GOTBAUM: Over the next year, Wagner would see two other internists at the University of Michigan. They both told her the same thing - that her breast lump was just fibrous tissue and she didn't have to worry.
The third doctor decided to send Wagner for a mammogram anyway. That mammogram revealed that Wagner did indeed have breast cancer and it had already spread to other places at her body. The diagnosis had taken almost two years.
WAGNER: That 21-month delay probably shortened my life.
GOTBAUM: Wagner hired a lawyer and considered suing the University of Michigan Health System for negligence. The hospital knew its doctors had made a mistake and should have diagnosed Wagner's cancer earlier. But instead of denying the error and preparing for a long drawn out and costly legal battle, the hospital's attorney did something unusual.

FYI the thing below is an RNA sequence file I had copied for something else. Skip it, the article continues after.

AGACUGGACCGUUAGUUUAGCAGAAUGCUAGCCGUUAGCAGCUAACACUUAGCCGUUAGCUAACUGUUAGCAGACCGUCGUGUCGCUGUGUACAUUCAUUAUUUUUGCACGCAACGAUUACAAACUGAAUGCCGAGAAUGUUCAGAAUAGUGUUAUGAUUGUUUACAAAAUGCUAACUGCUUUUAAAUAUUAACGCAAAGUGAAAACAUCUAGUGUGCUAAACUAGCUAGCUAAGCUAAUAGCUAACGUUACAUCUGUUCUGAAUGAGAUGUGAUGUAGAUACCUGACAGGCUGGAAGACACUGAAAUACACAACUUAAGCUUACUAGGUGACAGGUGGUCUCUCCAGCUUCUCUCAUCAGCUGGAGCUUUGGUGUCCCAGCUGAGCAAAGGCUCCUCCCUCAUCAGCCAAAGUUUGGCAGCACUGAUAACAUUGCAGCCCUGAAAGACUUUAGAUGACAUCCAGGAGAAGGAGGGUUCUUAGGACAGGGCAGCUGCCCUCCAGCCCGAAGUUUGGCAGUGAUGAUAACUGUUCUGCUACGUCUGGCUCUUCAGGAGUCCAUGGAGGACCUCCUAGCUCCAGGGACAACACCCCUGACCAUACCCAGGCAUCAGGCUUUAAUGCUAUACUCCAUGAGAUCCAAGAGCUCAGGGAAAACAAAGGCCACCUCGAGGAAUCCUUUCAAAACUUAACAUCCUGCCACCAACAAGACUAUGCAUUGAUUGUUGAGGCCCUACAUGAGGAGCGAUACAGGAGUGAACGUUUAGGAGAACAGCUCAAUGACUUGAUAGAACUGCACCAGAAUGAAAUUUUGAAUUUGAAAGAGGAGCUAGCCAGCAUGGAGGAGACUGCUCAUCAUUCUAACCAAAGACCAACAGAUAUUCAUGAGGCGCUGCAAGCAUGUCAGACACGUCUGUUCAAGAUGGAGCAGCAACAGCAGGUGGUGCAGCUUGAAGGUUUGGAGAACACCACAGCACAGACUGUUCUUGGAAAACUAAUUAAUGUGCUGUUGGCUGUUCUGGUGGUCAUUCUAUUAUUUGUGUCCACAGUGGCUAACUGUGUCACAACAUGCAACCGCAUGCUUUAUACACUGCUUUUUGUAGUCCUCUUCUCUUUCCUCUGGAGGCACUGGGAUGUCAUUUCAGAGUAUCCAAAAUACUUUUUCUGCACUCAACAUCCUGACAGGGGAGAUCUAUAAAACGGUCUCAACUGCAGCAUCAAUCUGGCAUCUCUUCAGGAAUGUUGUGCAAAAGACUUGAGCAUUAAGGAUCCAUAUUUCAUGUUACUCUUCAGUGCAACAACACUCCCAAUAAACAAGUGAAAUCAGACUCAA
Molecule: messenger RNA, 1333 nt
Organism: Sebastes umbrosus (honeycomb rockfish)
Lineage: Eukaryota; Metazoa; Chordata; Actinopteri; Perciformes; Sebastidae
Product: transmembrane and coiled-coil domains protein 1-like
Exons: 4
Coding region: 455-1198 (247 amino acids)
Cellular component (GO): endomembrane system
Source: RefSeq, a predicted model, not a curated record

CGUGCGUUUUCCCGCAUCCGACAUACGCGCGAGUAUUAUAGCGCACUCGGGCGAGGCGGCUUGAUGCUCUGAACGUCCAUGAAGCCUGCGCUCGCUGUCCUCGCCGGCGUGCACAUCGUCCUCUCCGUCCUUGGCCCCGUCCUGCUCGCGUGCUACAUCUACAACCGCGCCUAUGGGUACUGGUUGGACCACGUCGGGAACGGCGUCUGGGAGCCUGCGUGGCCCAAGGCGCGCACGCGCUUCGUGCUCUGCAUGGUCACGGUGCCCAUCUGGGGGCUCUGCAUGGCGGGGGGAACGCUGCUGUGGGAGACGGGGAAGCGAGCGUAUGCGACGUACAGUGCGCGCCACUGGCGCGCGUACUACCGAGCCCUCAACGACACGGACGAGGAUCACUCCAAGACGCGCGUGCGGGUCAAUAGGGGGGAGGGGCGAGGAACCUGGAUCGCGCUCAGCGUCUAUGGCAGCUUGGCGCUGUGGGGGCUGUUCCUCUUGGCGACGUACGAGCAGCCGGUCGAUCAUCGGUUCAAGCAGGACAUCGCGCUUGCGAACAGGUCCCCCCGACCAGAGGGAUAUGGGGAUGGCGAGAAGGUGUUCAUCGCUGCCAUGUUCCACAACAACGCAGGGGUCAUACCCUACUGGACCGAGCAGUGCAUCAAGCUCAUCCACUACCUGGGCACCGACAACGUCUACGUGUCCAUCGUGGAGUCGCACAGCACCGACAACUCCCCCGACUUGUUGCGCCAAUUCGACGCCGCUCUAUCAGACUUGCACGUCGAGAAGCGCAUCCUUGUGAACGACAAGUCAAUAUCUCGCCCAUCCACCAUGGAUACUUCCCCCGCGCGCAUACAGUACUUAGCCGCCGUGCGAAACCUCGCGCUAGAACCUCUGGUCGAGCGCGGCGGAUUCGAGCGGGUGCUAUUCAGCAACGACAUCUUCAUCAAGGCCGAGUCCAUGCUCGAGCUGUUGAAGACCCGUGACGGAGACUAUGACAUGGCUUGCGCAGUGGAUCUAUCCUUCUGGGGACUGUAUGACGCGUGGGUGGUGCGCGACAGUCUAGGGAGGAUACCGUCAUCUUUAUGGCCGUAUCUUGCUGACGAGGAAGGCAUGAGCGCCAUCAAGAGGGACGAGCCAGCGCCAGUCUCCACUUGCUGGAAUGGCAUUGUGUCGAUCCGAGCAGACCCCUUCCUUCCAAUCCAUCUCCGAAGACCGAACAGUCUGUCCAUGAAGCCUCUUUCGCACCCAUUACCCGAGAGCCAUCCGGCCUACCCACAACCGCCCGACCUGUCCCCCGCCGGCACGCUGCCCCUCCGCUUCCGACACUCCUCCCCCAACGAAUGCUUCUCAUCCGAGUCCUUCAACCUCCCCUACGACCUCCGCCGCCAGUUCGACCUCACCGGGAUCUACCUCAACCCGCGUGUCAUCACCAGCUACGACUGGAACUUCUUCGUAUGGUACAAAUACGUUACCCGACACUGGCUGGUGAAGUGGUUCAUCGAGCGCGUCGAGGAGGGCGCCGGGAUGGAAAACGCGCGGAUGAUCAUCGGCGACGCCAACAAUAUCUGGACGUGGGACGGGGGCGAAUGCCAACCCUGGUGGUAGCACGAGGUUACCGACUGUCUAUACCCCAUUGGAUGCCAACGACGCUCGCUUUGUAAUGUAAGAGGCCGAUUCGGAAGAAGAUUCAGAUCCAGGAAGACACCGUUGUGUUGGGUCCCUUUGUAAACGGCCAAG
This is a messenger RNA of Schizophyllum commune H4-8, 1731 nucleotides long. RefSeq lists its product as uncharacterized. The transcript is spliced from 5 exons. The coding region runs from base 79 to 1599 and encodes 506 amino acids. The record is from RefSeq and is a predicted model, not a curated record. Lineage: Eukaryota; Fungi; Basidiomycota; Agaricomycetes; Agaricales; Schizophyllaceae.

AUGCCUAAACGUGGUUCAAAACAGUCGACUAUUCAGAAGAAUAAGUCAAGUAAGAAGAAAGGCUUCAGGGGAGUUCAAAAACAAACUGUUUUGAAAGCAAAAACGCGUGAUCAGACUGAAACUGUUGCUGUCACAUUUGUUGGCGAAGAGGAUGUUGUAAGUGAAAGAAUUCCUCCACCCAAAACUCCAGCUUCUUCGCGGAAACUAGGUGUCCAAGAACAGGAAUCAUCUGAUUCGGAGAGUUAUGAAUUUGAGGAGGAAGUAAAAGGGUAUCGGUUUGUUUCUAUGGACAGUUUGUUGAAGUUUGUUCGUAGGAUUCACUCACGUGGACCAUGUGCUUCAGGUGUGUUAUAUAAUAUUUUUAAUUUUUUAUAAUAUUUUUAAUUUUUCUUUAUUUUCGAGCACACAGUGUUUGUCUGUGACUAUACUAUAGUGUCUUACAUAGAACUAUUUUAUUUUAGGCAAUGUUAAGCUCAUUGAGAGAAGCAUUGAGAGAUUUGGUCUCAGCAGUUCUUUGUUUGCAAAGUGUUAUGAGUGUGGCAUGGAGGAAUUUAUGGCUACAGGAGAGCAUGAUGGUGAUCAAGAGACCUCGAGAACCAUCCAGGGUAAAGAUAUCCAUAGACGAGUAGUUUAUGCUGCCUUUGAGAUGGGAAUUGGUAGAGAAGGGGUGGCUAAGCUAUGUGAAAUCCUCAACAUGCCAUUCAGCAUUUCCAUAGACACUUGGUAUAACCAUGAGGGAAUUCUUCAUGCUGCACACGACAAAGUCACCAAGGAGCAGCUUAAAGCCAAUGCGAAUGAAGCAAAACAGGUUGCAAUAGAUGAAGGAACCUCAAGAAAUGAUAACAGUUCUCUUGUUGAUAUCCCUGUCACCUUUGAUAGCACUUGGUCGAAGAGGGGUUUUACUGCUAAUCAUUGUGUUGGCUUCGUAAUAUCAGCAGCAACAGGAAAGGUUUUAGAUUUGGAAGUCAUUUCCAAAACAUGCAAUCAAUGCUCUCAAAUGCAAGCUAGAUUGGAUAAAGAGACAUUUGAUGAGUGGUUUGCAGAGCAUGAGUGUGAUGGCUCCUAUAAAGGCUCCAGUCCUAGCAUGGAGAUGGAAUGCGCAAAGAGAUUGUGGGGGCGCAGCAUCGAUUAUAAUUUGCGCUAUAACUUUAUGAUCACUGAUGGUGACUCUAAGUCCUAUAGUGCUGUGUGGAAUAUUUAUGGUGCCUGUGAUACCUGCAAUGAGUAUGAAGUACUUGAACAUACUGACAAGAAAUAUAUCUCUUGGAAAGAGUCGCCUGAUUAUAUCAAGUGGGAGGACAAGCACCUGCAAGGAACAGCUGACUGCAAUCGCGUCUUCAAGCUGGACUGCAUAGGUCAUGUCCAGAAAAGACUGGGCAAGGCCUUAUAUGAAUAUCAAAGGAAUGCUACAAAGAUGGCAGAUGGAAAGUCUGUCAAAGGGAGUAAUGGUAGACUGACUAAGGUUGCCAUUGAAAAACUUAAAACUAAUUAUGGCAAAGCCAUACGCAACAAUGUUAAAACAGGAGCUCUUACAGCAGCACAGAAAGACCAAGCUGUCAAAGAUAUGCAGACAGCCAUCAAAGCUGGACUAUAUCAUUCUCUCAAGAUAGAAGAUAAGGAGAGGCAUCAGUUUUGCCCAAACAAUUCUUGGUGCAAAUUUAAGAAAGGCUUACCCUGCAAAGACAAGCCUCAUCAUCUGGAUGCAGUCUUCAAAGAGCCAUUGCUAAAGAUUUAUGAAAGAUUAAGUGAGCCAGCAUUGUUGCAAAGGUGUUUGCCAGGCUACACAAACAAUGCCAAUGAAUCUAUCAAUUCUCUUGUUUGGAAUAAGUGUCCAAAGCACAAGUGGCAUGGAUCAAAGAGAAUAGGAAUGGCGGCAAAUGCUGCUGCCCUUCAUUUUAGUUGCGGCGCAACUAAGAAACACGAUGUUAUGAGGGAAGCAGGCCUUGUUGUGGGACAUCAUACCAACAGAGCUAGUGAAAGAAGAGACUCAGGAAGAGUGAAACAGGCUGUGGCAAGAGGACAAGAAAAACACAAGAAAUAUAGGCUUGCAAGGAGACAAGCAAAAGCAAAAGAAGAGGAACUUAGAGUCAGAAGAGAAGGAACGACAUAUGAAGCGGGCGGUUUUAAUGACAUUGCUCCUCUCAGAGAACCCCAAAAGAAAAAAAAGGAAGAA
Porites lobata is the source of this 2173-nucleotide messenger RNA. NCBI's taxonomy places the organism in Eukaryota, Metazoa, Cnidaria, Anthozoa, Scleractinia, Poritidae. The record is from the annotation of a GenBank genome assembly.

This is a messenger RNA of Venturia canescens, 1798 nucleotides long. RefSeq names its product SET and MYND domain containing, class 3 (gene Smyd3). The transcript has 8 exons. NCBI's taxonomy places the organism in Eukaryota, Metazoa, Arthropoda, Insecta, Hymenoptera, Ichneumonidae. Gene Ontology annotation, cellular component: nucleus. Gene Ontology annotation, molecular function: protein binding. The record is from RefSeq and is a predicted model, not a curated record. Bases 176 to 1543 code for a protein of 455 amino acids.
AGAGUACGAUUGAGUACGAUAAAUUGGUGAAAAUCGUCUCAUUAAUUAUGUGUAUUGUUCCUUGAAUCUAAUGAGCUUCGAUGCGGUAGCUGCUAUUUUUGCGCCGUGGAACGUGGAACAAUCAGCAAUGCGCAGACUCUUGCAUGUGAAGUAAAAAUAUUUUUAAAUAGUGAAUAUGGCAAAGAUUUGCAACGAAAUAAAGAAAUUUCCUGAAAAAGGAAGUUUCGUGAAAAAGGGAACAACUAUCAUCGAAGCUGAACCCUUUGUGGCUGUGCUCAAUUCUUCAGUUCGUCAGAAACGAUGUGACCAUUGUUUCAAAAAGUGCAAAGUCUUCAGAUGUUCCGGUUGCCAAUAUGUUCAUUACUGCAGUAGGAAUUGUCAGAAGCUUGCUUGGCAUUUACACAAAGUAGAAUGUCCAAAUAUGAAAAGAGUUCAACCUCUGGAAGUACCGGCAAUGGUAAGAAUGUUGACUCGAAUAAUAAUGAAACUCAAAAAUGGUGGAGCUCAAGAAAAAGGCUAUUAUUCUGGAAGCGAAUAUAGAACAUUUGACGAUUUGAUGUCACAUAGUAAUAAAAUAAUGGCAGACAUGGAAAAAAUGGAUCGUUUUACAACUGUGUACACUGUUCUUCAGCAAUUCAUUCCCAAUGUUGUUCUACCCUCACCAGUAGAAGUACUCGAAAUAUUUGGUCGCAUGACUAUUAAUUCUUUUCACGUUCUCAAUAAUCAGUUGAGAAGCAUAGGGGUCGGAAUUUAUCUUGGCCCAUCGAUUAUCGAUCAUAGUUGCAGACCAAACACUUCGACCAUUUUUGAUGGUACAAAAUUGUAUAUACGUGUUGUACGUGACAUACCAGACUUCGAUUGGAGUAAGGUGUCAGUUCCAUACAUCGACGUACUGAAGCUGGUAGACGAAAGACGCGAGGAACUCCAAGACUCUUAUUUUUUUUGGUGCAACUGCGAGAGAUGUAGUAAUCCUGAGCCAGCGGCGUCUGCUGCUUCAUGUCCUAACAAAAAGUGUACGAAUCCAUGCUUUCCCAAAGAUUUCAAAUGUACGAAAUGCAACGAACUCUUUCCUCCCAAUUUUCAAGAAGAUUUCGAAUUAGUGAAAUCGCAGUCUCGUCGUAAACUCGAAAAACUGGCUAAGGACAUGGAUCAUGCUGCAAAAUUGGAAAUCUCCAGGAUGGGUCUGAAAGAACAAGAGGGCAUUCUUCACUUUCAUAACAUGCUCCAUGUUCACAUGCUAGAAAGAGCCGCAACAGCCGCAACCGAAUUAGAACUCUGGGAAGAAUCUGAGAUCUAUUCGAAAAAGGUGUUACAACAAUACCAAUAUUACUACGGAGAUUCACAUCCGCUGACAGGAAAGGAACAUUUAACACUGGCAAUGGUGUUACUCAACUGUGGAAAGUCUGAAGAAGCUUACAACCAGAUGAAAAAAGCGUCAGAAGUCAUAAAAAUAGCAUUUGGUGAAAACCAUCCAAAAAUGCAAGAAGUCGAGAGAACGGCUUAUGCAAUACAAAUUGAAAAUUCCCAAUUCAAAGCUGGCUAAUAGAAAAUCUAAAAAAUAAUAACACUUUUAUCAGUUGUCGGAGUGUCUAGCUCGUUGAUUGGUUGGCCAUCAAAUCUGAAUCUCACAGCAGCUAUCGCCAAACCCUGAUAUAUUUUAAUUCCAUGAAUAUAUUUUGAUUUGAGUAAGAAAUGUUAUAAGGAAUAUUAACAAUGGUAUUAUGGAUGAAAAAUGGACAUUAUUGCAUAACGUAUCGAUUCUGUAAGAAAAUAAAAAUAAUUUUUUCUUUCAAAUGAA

RICK BOOTHMAN: One of the first things we did was call her lawyer and say I agree that this diagnosis should have been made earlier. That's not something we're going to fight about.
GOTBAUM: That's Rick Boothman, the hospital's attorney. The meeting he asked for would not only include Jennifer Wagner's attorney but also Jennifer Wagner, her husband and the two oncologists from the hospital who were treating her cancer.
The goal was to give Wagner a change to tell her story for the hospital to acknowledge the mistakes it had made and for Wagner's doctors to explain openly how the delay in her diagnosis could impact her future.
WAGNER: My husband and I both left that meeting feeling like a million bucks. I was heard that night. That's all I really wanted. I wanted them to know that this was not right - what had happened to me.